Central Banks to Use Rhetoric to Smooth Contagion Fears

Central banks around the world are now tasked with dealing with the rising probability of a Greek exit from the Eurozone. The European Central Bank (ECB) is at the forefront as it must make tough choices this week regarding liquidity to Greek banks.

Chief MarketPulse Analyst Dean Popplewell wrote of the Greek Referendum aftermath:

Capital markets were expecting a narrow “yes” victory in Sunday’s Greek referendum, the restart of negotiations with its creditors, and the likely end to Prime Minister Alexis Tsipras’s government. Instead investors are faced with a resounding “no” vote victory (61.3% to 38.7%).

European leaders are now preparing to hold an emergency summit tomorrow and an olive branch token from Greece — Greek Finance Minister Yanis Varoufakis resigned. That could possibly pave the way for trust in potential future European Union-Greece discussions.

The Reserve Bank of Australia is not expected to make a change to its benchmark interest rate at record low of 2.00 percent, but central bank Governor Glenn Stevens has a chance to use rhetoric to depreciate the Aussie dollar. Governor Stevens has said that the central bank is open to more rate cuts. Australian growth has stalled as the price of commodities are under pressure as demand from China has slowed down. Annual inflation in Australia rose slightly to 1.5 percent in June as is well within the 2 percent RBA target.

The U.S. Federal Reserve will release the minutes of the Federal Open Market Committee (FOMC) meeting in June on Wednesday, July 7. A rate hike was at one point expected in that meeting until U.S. economic indicators started to soften and the rise start of interest rates expectation was pushed back to September and might move further back after a disappointing nonfarm payrolls report last week. The USD has gained across the board after the wave of uncertainty in the aftermath of the Greek referendum “No”vote, but the economy has so far failed to convince investors that the factors that hit the first quarter result are no longer an issue.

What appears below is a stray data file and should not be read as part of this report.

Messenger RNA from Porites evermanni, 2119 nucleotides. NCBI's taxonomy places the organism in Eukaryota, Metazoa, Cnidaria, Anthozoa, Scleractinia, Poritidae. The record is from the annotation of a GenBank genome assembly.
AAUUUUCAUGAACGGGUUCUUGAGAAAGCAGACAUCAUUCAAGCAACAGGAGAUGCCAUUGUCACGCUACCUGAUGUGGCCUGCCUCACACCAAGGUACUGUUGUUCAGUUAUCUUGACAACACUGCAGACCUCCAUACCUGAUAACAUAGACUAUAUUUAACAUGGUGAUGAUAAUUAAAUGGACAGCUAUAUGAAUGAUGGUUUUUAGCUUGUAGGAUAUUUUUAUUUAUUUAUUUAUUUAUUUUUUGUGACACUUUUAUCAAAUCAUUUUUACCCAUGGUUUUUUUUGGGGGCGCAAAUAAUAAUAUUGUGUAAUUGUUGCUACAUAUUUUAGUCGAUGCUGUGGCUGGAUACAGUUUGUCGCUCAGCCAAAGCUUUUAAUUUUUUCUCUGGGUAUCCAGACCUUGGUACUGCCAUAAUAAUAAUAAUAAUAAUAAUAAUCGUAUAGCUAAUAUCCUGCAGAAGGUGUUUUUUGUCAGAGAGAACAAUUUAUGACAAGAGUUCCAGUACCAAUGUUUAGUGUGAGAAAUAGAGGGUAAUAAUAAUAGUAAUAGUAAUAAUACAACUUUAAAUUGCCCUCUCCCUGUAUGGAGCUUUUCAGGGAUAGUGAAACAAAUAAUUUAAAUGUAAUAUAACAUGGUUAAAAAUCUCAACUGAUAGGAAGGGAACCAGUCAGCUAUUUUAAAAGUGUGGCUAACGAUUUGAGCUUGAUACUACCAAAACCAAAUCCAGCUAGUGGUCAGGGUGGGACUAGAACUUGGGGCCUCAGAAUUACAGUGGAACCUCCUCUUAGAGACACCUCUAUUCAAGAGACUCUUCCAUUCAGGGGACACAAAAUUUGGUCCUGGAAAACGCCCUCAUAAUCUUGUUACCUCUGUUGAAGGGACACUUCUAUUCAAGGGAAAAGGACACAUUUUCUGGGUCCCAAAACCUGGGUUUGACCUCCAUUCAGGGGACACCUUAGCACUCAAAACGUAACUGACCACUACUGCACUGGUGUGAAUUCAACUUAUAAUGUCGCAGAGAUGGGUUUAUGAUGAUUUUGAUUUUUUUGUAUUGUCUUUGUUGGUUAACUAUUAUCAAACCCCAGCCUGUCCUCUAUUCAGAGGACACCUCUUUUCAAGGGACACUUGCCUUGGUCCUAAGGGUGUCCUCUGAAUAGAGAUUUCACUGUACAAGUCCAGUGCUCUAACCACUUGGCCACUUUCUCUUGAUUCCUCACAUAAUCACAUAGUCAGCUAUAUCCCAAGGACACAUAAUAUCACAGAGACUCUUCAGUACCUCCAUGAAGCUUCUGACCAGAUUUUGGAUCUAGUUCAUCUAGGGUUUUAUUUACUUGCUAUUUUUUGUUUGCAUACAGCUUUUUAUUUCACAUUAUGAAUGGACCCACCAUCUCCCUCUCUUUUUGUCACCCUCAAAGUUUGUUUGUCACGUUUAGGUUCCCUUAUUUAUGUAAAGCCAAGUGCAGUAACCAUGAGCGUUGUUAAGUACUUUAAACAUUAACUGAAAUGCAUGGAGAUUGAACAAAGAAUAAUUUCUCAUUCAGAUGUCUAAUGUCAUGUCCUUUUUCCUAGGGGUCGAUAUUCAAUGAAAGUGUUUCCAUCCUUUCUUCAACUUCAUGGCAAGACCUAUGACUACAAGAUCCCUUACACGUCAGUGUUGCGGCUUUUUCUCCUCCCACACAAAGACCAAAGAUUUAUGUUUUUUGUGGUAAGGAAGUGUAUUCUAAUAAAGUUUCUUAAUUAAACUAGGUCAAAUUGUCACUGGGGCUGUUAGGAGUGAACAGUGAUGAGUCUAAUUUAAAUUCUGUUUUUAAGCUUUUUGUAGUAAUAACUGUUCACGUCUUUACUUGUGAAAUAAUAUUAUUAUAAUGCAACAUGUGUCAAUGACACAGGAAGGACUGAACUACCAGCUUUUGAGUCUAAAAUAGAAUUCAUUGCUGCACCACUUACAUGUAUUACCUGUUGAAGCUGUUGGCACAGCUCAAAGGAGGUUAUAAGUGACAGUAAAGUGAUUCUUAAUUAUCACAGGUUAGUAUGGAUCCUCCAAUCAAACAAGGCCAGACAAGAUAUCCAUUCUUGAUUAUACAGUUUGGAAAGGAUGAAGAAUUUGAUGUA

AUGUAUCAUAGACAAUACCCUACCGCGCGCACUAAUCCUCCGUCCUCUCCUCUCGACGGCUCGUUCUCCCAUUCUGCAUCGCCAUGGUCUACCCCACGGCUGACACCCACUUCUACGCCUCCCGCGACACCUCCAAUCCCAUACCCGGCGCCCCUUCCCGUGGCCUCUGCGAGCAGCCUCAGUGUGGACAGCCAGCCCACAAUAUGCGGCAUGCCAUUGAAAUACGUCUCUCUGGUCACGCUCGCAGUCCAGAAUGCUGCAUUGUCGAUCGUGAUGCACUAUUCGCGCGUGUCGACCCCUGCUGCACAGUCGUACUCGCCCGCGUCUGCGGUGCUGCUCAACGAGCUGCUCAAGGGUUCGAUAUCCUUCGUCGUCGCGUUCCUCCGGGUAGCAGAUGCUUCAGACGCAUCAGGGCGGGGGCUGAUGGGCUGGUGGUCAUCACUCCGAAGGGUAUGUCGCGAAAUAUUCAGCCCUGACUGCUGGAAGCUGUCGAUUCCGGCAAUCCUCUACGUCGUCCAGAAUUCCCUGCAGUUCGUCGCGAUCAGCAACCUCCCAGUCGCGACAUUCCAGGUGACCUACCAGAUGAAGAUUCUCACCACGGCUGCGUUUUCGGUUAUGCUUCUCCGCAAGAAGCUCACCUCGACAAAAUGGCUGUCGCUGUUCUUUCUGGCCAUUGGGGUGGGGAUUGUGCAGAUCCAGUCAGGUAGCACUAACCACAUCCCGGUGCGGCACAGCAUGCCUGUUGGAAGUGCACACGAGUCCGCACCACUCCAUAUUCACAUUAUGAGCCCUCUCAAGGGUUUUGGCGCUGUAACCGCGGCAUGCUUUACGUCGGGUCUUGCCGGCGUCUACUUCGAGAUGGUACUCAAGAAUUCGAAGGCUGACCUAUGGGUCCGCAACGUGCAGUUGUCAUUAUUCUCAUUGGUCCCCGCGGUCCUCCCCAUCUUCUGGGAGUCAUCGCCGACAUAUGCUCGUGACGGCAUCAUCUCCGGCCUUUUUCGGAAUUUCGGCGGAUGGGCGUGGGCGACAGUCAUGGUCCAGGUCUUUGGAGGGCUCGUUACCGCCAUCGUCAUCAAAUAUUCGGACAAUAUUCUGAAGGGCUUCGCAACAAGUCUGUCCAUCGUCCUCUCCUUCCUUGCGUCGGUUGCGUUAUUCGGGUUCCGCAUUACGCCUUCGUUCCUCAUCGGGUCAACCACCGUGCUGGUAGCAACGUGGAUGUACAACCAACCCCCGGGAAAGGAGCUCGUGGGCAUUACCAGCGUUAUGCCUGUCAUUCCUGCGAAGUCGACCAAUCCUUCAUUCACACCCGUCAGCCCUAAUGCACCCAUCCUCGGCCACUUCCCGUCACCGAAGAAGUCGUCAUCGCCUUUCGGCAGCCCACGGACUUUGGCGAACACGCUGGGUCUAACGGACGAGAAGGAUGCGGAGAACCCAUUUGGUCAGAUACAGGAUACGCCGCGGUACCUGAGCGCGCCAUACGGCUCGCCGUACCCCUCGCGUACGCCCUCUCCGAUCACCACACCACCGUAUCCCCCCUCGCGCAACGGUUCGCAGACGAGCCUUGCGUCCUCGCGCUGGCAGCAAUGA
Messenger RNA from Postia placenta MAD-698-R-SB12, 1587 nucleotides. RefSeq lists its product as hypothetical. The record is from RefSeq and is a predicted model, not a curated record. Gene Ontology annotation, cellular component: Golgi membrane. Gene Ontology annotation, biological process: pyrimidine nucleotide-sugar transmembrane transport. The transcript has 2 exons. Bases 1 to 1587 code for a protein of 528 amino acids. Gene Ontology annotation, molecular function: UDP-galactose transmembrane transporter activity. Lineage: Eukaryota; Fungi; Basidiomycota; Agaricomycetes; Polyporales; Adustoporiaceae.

The Bank of England chief economist stated last month that an interest rate rise could derail the recovery of the economy. MPC member Andy Haldane was one of the first to hit the brakes on optimism in the fall of 2014 as the U.K. economy was seen as the leading candidate to raise rates. The surprising recovery was about to hit a slowdown period that was well forecasted by economists at the BoE. The Bank of England got a lot of flack for missing the early sings of the recovery and continued to issue dovish messages, but as one of the recent appointees Haldane has once again given the Old Lady some of the lost credibility back. Strong U.K. service activity has once again reignited talk of a sooner rather than later timing, but it will be interesting what the BoE has to say on Greece and the Eurozone and how it will affect the economy.

Central bank events to watch this week:

Tuesday, July 7
12:30am AUD Cash Rate
12:30 AUD RBA Rate Statement
Wednesday, July 8
2:00pm USD FOMC Meeting Minutes
Thursday, July 9
7:00am GBP Official Bank Rate

*All times EDT
For a complete list of scheduled events in the forex market visit the MarketPulse Economic Calendar

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Alfonso Esparza

Alfonso Esparza

Senior Currency Analyst at Market Pulse
Alfonso Esparza specializes in macro forex strategies for North American and major currency pairs. Upon joining OANDA in 2007, Alfonso Esparza established the MarketPulseFX blog and he has since written extensively about central banks and global economic and political trends. Alfonso has also worked as a professional currency trader focused on North America and emerging markets. He has been published by The MarketWatch, Reuters, the Wall Street Journal and The Globe and Mail, and he also appears regularly as a guest commentator on networks including Bloomberg and BNN. He holds a finance degree from the Monterrey Institute of Technology and Higher Education (ITESM) and an MBA with a specialization on financial engineering and marketing from the University of Toronto.
Alfonso Esparza